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25 Elul 5773/August 31, 2013
Yeshiva University Torah miTzion Beit Midrash Zichron DovYeshiva University Torah miTzion Beit Midrash Zichron DovYeshiva University Torah miTzion Beit Midrash Zichron Dov
Toronto TorahToronto TorahToronto Torah
 
Parshiyot Netzavim-Vayelech
 
Vol. 5 Num. 2
 
Having our curious children at
hakhel 
will inspire them to inquire and learn.However, a third benefit of bringingchildren may be linked to the practice of having the king conduct the publicreading. Rambam does not list
hakhel 
 as a king's mitzvah, and indeed the Torah does not identify the readerexplicitly. However, our sages (Sotah41a) took for granted that this shouldbe the king. [See also Yereim 233 and266, Tosafot Yom Tov to Sotah 7:8, andMinchat Chinuch 612:2.] Certainly,there is added splendour an gravitaswhen the king leads a ritual, but why this ritual, in particular?Every seven years, during the period of 
shemitah 
,
 
the normal rules of society cease to function: the fencessurrounding fields are broken, thetithes that support the kohanim andleviyim are neglected, the heirarchicalrelationship between employer andemployee is severed, hardworkingfarmers become men of leisure, andloans are forgiven and forgotten. Thiscan constitute a healthy break forsociety, and a community's rules can bestrengthened by this sort of periodicvacation. [See Jeffrey Rubenstein,
Purim, Liminality and Communitas 
.]However, with such a haitus we risk thepossibility that the community falls inlove with its lawless vacation, andforgets to return. This may be part of the role of 
hakhel 
: To remind the Jewish nation that itsexistence is still governed by the rulesand institutions of the Torah. Thus thenation reads key biblical passages: thefundamentals of our faith; the tithesgiven to the kohanim, the leviyim andthe needy; the monarchy; and thenational covenant into which we enterat the end of the book of Devarim.(Mishnah Sotah 7:8; Tosefta Sotah 7:17)We re-commit ourselves to theseobligations, and to our nationalstructure.Within this context, having the kingperform the reading is entirely logical;the king is the heart of the commandstructure we reiterate with
hakhel 
. Andbringing our children is its own reward,for even children who are too young tocomprehend the reading will realize thatthe entire community has assembled asone to hear the instructions of its king,and this will create a lastingappreciation for the honour of ourgovernment and society's institutions.In less than one week, we will perform aversion of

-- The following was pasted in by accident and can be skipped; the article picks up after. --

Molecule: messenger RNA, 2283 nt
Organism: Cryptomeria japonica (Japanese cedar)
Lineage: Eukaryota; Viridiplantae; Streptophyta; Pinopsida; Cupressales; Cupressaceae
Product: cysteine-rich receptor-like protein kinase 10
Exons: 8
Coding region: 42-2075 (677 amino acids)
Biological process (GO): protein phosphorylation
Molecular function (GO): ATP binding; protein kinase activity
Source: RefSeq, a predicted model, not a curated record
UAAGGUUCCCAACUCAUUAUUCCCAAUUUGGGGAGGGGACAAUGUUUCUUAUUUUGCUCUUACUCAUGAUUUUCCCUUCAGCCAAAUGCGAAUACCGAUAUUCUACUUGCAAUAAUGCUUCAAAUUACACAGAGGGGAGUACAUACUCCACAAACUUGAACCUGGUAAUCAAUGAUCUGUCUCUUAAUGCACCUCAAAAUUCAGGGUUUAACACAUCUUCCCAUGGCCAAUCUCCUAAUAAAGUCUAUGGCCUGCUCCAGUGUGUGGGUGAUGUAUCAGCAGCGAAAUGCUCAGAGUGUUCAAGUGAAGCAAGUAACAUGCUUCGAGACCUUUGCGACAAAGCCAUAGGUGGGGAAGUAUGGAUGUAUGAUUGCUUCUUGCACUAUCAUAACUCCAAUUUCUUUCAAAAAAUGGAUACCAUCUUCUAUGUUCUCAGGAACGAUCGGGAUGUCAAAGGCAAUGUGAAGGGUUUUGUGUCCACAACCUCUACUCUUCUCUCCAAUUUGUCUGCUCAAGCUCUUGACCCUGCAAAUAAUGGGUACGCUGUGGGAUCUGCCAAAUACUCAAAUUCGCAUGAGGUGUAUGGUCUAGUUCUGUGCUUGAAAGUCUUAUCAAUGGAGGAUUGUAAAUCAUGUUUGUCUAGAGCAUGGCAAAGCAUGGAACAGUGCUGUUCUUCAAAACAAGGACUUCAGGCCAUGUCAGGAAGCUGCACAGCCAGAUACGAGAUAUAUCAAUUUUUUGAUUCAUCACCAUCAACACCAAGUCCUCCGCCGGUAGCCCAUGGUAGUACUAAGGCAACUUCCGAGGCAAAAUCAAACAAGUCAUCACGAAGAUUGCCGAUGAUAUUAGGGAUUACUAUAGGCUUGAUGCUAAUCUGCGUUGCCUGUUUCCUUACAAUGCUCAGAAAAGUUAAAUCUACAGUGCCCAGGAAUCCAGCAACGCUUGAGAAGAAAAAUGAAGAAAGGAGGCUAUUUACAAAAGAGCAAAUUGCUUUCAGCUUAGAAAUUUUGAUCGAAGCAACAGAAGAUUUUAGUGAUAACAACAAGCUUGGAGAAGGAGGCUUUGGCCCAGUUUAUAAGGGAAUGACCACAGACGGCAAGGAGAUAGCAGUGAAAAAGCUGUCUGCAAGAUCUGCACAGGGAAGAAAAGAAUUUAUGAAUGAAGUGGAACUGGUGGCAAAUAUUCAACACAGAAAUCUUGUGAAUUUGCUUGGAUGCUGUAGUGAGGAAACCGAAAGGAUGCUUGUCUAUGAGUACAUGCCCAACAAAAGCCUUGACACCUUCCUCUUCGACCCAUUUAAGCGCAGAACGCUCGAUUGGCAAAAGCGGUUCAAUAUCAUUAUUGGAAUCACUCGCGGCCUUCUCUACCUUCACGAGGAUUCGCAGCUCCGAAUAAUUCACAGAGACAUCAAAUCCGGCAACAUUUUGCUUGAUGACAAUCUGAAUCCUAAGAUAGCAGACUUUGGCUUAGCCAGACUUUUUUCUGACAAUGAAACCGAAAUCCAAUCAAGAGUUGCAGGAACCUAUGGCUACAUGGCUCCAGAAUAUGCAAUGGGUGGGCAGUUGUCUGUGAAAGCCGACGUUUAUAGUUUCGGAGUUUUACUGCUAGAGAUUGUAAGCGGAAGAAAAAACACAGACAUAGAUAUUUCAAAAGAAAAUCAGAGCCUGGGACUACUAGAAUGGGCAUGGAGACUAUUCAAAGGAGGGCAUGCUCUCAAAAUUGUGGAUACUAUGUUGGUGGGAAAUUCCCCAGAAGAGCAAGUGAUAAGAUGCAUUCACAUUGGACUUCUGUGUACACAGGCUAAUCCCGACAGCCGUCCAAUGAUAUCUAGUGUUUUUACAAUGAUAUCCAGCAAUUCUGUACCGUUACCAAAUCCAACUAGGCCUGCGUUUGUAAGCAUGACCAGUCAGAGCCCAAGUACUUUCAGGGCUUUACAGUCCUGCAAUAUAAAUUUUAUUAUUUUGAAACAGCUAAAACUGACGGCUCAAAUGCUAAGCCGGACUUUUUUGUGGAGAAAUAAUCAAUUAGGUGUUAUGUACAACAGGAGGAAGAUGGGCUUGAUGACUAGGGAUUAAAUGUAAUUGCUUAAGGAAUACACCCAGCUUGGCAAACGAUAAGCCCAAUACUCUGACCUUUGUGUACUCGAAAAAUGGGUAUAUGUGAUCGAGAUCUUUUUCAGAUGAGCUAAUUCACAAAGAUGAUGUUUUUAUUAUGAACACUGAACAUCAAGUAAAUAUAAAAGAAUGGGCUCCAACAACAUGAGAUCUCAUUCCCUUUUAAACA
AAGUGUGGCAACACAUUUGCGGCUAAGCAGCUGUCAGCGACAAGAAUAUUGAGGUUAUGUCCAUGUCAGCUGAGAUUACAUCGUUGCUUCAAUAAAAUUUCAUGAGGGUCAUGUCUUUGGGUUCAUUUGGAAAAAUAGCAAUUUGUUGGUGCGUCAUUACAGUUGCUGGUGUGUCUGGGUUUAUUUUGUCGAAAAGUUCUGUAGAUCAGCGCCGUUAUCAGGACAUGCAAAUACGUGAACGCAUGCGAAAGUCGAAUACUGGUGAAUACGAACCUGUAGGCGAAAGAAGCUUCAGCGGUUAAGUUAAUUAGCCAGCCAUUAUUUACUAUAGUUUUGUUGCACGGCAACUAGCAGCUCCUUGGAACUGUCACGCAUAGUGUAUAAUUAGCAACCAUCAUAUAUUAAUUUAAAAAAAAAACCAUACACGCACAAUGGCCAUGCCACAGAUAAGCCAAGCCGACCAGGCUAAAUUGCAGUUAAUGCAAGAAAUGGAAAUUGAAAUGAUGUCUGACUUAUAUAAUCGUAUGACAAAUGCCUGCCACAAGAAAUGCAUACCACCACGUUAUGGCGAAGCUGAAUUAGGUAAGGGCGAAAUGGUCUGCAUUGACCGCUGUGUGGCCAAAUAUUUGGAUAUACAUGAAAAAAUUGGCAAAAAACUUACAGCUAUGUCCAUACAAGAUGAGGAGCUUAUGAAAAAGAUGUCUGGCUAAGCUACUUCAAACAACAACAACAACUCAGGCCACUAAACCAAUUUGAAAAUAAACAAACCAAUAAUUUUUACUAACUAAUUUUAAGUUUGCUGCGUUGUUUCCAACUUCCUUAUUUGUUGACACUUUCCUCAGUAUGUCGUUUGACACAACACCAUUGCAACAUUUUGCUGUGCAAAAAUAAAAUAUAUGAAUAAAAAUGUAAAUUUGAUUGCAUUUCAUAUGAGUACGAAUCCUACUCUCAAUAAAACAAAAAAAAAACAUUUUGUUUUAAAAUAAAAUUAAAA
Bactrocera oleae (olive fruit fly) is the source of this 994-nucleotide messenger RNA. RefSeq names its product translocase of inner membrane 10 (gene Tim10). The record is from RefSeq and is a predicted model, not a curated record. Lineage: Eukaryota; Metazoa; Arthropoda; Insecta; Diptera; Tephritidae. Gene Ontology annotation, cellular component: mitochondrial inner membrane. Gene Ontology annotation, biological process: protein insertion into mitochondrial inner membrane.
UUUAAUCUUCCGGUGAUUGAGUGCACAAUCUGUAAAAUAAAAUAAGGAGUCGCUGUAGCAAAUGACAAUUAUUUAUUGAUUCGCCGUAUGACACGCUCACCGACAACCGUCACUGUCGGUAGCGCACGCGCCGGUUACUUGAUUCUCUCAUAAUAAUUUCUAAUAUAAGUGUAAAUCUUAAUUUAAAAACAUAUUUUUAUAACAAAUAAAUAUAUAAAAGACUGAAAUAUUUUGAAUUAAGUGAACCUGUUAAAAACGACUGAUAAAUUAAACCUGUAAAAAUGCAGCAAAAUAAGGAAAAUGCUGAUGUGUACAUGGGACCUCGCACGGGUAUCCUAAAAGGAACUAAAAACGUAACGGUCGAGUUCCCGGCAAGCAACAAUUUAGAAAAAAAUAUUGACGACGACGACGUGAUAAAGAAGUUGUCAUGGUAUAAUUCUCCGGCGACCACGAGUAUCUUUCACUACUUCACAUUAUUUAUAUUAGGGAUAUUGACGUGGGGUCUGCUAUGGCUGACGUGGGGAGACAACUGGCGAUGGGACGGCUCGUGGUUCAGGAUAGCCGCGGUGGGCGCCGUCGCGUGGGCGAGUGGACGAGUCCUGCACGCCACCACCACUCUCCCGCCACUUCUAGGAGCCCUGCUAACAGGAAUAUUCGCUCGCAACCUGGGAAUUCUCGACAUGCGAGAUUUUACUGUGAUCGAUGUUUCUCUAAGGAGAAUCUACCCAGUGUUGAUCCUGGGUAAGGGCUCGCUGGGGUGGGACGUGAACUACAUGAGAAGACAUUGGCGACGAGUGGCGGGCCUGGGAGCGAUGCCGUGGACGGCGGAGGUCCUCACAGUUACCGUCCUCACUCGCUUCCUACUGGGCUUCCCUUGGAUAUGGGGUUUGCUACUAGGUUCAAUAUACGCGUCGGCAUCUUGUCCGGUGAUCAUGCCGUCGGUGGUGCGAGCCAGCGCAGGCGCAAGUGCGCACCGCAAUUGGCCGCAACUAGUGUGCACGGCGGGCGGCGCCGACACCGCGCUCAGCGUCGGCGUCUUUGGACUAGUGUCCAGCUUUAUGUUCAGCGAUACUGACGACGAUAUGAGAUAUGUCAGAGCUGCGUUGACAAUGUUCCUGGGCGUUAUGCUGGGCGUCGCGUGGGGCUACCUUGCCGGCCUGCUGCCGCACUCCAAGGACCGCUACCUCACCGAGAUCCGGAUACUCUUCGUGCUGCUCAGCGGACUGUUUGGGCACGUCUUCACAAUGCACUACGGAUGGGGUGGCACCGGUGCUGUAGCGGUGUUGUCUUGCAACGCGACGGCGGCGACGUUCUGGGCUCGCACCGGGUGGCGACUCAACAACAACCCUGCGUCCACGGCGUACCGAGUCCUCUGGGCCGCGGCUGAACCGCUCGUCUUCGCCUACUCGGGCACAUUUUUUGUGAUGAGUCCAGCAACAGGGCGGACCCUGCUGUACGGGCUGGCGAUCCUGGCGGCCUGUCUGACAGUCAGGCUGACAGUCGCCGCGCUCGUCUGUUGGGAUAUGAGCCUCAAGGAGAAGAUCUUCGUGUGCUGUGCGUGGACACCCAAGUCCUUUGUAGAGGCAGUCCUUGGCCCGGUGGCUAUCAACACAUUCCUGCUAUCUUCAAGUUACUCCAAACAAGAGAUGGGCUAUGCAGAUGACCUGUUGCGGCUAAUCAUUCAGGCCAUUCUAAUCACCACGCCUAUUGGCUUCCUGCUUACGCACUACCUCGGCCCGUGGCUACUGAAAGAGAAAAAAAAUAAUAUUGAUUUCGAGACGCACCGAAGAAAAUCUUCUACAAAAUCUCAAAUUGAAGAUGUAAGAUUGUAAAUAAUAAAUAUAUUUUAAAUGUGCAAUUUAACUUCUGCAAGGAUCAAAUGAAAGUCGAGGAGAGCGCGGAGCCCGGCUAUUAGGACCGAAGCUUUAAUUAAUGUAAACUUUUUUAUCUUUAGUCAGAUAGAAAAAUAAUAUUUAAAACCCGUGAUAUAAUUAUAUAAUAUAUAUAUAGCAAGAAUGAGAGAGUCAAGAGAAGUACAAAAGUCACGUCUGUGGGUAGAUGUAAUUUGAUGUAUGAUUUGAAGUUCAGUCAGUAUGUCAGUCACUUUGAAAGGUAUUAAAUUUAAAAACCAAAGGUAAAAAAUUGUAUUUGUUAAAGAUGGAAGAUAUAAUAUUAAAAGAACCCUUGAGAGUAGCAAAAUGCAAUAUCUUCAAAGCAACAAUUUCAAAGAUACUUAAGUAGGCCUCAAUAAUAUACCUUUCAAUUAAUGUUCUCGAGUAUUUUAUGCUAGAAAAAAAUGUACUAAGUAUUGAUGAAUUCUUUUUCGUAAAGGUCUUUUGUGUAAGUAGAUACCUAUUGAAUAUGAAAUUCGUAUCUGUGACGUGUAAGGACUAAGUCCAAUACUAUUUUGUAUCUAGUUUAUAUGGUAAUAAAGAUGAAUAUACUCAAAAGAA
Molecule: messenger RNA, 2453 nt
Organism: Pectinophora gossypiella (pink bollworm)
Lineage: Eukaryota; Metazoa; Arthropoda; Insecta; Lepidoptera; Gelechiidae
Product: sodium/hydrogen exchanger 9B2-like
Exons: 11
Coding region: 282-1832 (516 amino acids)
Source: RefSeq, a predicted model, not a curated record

hakhel 
as we gather to markRosh haShanah. Among the centralthemes of this day is the coronation of G-d as King, and this, too, is anecessary reminder. From Yom Kippurto Rosh haShanah there is very little inour lives that declares to us, "
HaShem hu ha'Elokim 
!" We can go through muchof our year, even while observingmitzvot, without devoting significantthought to the meaning andimplications of the Divine Throne. So itis that once each year we set aside timeto gather with the explicit aim of coronating our King. May we bepersonally and communally impactedby this grand celebration
 – 
and may weensure that our children participate inthe moment, so that they will beimpacted as well.
torczyner@torontotorah.com 
The King is in the Building
 
Rabbi Mordechai Torczyner
 
To sponsor an issue of Toronto Torah, please call 647-234-7299 or email info@torontotorah.com.
There will be no Toronto Torah for Rosh haShanah; please enjoy the Yeshiva University “To Go” booklets.
 
 The mother of all Jewish conventions,the septennial
hakhel 
gatheringfeatures an assembly of Jews of allages. As Devarim 31:12 recordsMoshe's instruction, "Gather thenation: men, women, children, and thestranger at your gates." After every 
shemitah 
 year, on the second night of Succot, all who call themselves by thename Israel must assemble and hearsections of the book of Devarim readaloud. Historically, this reading wasdone by the king, in an area of the BeithaMikdash. The Torah's demand that childrenparticipate in the celebration is uniqueamong our mitzvot; in no othercommunal mitzvah does the Torahexplicitly require their participation. The Talmud (Chagigah 3a) is sensitiveto this quirk, and it suggests that thereason to bring the children is "toprovide reward for those who bringthem." This seems circular, though;does the Talmud mean to say that G-dcreated a mitzvah solely for the sake of rewarding those who fulfill it?One might explain the Talmud to meanthat those who bring their children willbe rewarded by the very act of bringingthem. For example: Sefer haChinuch(612) contends that
hakhel 
increasesour love of Torah, through the glory of this gathering. Perhaps, then, havingour children at
hakhel 
rewards thebringers, by inculcating love of Torahinto those children.Alternatively, Ibn Ezra (Devarim 31:12)sees the benefit of 
hakhel 
aseducational; those who attend will beinspired to ask questions, and thereby to learn more throughout the year.